That's why I could no longer teach HypnoBirthing (Mongan Method) and developed GentleBirth that is inclusive of ALL birth experiences. Too many women were coming out of their birth experience feeling like they failed. Not all HypnoBirthing classes are created 'equal'. Be sure to talk to your Instructor about their philosophy around medication....if they tell you that you won't need it if you practice hard enough or believe enough find a class with a more flexible approach.
Friday 27th of December 2019
Hypnobirthing failed me. After an entire pregnancy of believing I could have a "pain free birth" though preparing with Hypnobirthing, I then experienced the worst pain of my life with my first few contractions. Thus, as things progressed (and got more and more painful), I felt terrified that something was going horribly horribly wrong with my birth. It was extremely traumatic, and the birth ended in a C-section. Now having had two more children through VBAC, I realize that nothing was wrong with my body or my birth, it was Hypnobirthing that over-promised what I now believe to be impossible. My next birth I allowed myself to acknowledge that there would be pain, and while affirmations helped a great deal, it was very difficult - but overall a very positive experience. Not quite sure what to make of people who swear by Hypnobirthing. I make allowance for the fact that people could have very different experiences from me - apparently they do, if they love Hypnobirthing! Though I do feel like there is a badge of honor for those who claim their child birth was easy-peasy, a walk in the park, they didn't even break a sweat - and I can't be sure people who say things like this are being entirely truthful, or that that are honoring the heroism of women who do something that is truly hard - bring life into the world! Why can't we just admit that even with affirmations (that are truly helpful!) birth is painful, and that is ok! I suppose that every birth is different and maybe my body just can't cut it when pushing out babies, but I'm highly suspicious. Pain has a very important use in our bodies. If we didn't feel pain when we broke our arm we wouldn't think to fix it. Many people who have reduced feeling in extremities end up with burns or other injuries that result in limb amputations. I'm sure pain in child birth also serves some important purpose. Perhaps it alerts us to the gravity of the situation - of safely bringing a new life into the world! P.S. Your stages of labor articles helped me so much to eventually have some positive birth experiences! Thank you so much! Also, where are they?! Trying to find them for a friend.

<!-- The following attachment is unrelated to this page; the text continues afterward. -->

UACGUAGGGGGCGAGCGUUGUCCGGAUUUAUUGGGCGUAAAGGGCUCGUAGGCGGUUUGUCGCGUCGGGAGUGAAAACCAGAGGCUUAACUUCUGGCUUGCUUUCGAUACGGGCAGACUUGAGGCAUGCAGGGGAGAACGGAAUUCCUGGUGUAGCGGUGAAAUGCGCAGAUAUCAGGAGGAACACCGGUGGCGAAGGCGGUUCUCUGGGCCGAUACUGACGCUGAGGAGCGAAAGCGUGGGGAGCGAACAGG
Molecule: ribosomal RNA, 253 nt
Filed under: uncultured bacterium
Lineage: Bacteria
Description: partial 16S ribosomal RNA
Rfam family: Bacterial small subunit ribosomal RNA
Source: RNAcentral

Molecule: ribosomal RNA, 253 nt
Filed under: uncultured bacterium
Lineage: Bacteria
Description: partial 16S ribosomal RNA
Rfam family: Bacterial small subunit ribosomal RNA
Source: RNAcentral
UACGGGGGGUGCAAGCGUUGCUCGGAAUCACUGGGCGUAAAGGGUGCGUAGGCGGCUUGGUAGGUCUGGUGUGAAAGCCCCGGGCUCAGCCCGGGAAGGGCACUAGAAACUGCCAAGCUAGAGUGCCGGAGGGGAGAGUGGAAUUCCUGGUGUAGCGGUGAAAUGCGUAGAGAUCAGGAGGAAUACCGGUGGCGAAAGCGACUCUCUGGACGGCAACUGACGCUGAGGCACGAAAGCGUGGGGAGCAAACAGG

Friday 27th of December 2019
Thank you for sharing your experience. I know there are more stories like yours out there. It's not just you! (There's a search function at the top of this website. Type in "stages of labor" and you'll find it. Let me know if that doesn't work. :)
Thursday 24th of October 2019
My husband and I took a hypnobirthing class and it prepared me so well for labor, which was 53 hours of painful back labor (painful except for the pushing, which was a welcome relief from the back labor!). At around hour 48, had to receive Pitocin to augment my labor. Although it was painful, I did not need an epidural, and I was so glad to be able to walk around throughout most of my labor. My instructor (who was also my doula!) was awesome and definitely let us know when there were things that she disagreed with about the official hypnobirthing approach, so perhaps I went into it knowing that it wasn't the only way. We also had a very difficult road to getting and staying pregnant, so by the time I actually gave birth, I had definitely internalized the idea that you can make all kinds of plans, but who knows what will actually happen. The one big divergence was that the class kept emphasizing that early labor was a time to rest, sleep, and eat, to gear up for active labor. From the very beginning of my labor, my contractions were excruciation in my back and I threw up anything I tried to eat, so there was no rest to be had. But I'm glad I didn't expect this going into it, because I would have been afraid! And oh yes--I definitely had to push WAAAAYYY harder than the class led me to believe, haha!
Monday 28th of October 2019
I'm so glad for your insight and sharing your story. It's helpful to hear from someone who used HypnoBirthing - the pros and cons! Thank you!
Thursday 24th of October 2019
Hi! I teach HypnoBirthing , and I focus on all types of birth possibilities, it is about instinctive birth and understanding what is happening in the moment and accepting any situation and working to get the best experience out of it. There’s no question about how someone approaches a situation that can affect its outcome. That is what we teach. I had a woman take my course because she wanted to be calm after for nursing, not even during the birth. (She was a multi-para)..It has definitely helped with postpartum recovery as well.
As far as Not pushing the baby out, many childbirth educators, including Ina may Gaskin, the famous Midwife, refer to the NER- natural expulsive reflex. We do not teach to do nothing but rather to breathe the baby down as opposed to pushing and I’ve heard a lot of men that come to the class that report that this has worked for them in the bathroom LOL. I was at a recent birth that was very long and challenging and she actually didn’t push but did Bree the baby down, a first time mom and she literally had one stitch and she feels great! There’s no question that securing a supportive caregiver and provider makes all the difference! I think unless someone has properly taken the full course from an instructor it’s can possibly be misunderstood. If those are the two drawbacks you mention, then I think this is still a phenomenal way to have a baby… I used HypnoBirthing for my youngest two, I wish I had known about it earlier! (I have 9 kids!) I hope this was helpful and thank you for posting- I enjoy reading what you write!
Monday 28th of October 2019
Hey! I'm so glad for your comment and insight. Thank you! :)